A major boost of £1.76 million ($2.16 million) will fund research designed to stop antibiotics failing, to help mitigate the rising threat of antibiotic resistance.
Professor Stefano Pagliara, at the University of Exeter, has received the award to advance his work on controlling the processes and biological mechanisms that cause antibiotics to fail, and can mean infectious diseases become life-threatening.
The money comes from the European Research Council’s Consolidator Grants, designed to help scientists, who have seven to 12 years’ experience after their PhDs, to pursue their most promising ideas. To qualify, applicants must demonstrate the ground-breaking nature, ambition and feasibility of their scientific proposal.
Antibiotics are commonly used in modern medicine, yet increasingly, bacteria have been evolving to become resistant, meaning the treatment does not work and infections can become deadly. Five million deaths worldwide are already associated with infections caused by bacteria that are resistant to antibiotics every year. It has been predicted that such infections will be the leading cause of death by 2050, making antibiotic resistance a key priority for the World Health Organisation.
Professor Stefano Pagliara, of the University of Exeter’s Living Systems Institute, said: “Antibiotic resistance threatens to be the next global pandemic, yet we still have a lot to learn about why antibiotics fail. This critical funding will advance our research which investigates why antibiotics cannot enter in some bacteria leading to antibiotic resistance, and find new molecules that help antibiotics getting into bacteria.”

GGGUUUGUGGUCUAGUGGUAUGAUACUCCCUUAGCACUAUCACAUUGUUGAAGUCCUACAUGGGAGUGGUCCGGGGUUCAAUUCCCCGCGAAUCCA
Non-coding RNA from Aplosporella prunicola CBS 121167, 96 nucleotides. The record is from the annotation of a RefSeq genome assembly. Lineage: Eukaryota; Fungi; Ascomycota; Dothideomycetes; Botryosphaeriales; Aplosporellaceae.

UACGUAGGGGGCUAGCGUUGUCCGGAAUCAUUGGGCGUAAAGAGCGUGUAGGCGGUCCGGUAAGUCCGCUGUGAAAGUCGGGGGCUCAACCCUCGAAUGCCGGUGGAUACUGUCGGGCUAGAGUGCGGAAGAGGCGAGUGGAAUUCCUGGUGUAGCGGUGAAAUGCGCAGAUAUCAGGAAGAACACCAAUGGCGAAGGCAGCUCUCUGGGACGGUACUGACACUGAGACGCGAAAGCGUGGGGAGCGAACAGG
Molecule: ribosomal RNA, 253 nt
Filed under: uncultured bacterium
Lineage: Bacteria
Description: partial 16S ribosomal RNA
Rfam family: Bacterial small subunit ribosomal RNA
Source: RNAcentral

Professor Pagliara’s project is entitled DYNamics of antiBIOTICS transport in individual bacteria (DYNBIOTICS). It will pose a stepping stone towards the development of more effective antibiotic therapies by discovering new strategies to make drugs accumulate at lethal levels in all individuals within bacterial populations and cure infections.
Pursuing scientific dreams
Professor Pagliara is one of 321 researchers to have won 2022 European Research Council (ERC) Consolidator Grants. The funding – worth in total €657 million – is part of the EU’s Horizon Europe programme.
President of the European Research Council Professor Maria Leptin said: “ERC Consolidator grants support researchers at a crucial time of their careers, strengthening their independence, reinforcing their teams and helping them establish themselves as leaders in their fields. And this backing above all gives them a chance to pursue their scientific dreams.”